A Statute Of Limitations On Presents

Nothing is perfect; you should have worked that out by now. If you are lucky you’ll live in the bosom of a happy and comforting family. If you are not, please allow me to take you on a flight of fancy. Every year, twice or thereabouts, people will give you gifts. Gifts are essentially unwanted objects that someone else has thought you might like, and so has given you on one of the special days.

The motivations people have for giving you these gifts vary considerably, from them actually liking you and wanting to make you happy, via having seen something cool which they just had to buy, to the usual reason: social convention. The latter is the source of a lot of gift and card giving around the world, and is the source of income of a great many venerable and not so venerable institutions.

Being on the expected receiving end of a gift will – for many people, but not all – start the mind on a train of thought we call expectations. The gifts we are given can be representative of what the giver thinks of the recipient, and so a lot of ego can sit in that cardboard box wrapped in a thin, gaudy sheet of paper. It may or may not have a sticky bow adhered to it, likely close to a corner. Really.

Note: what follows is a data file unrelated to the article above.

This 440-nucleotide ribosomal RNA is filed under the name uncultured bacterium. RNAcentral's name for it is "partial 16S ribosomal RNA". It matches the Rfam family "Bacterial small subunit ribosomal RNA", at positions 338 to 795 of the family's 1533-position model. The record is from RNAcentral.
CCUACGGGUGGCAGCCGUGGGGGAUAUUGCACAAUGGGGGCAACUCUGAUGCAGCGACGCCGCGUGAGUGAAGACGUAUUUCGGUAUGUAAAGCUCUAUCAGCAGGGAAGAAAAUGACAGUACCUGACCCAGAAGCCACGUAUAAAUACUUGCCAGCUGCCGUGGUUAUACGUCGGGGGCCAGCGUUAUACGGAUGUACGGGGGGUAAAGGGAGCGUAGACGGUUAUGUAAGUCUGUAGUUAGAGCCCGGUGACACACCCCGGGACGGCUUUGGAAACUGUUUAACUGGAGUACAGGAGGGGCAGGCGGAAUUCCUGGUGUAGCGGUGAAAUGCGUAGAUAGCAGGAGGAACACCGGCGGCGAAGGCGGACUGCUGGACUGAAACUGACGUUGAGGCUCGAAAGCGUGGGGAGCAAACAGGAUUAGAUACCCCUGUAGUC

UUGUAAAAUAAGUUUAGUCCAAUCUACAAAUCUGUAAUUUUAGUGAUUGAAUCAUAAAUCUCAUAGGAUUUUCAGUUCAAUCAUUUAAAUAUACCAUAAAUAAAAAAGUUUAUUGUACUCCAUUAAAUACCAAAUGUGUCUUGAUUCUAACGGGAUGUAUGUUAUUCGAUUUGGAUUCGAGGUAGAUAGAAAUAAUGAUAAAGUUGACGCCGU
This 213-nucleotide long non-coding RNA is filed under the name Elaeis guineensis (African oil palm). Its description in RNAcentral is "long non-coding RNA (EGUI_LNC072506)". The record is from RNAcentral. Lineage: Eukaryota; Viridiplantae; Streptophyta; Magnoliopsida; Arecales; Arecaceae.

Expectations do not just sit with the recipient of an expected gift. The person giving the gift may also be looking to elicit a positive emotional reaction from the person they are giving the gift to. This is a perfectly natural response to mandatory gift giving, and neither party should ever see their own emotional response as any more important than that of the other party in the transaction. Done.

What, then, if the gift is shit? If the person who has bought the gift couldn’t give two hairy rats tails, arses or otherwise about what the recipient actually derives enjoyment from or can make logistical use of in their lives, then the gift will usually be a tiresome bore. That sums up the majority of gifts given by people who neither gave you part of their DNA or who chose to share your life and home.

Most of the people we know are essentially little more than strangers, when it comes down to the inner workings of our hopes, fears, wants or needs, so they have no real option but to wing it. Most people accept this status quo as part of the social lubricant which keeps the wheels of family life turning without any scraping at the edges. Don’t give it too much thought and it will all be fine.

The problem is the people who do put a lot of import on the gifts people give them. I’m one of these people, and I am a ghastly egomaniac. I see every gift given to me by everyone ever as an insight in to the eyes of another person: a mirror of what they think of me, and a window in to their thought processes about what will make me happy. As such I am sorely disappointed year after year.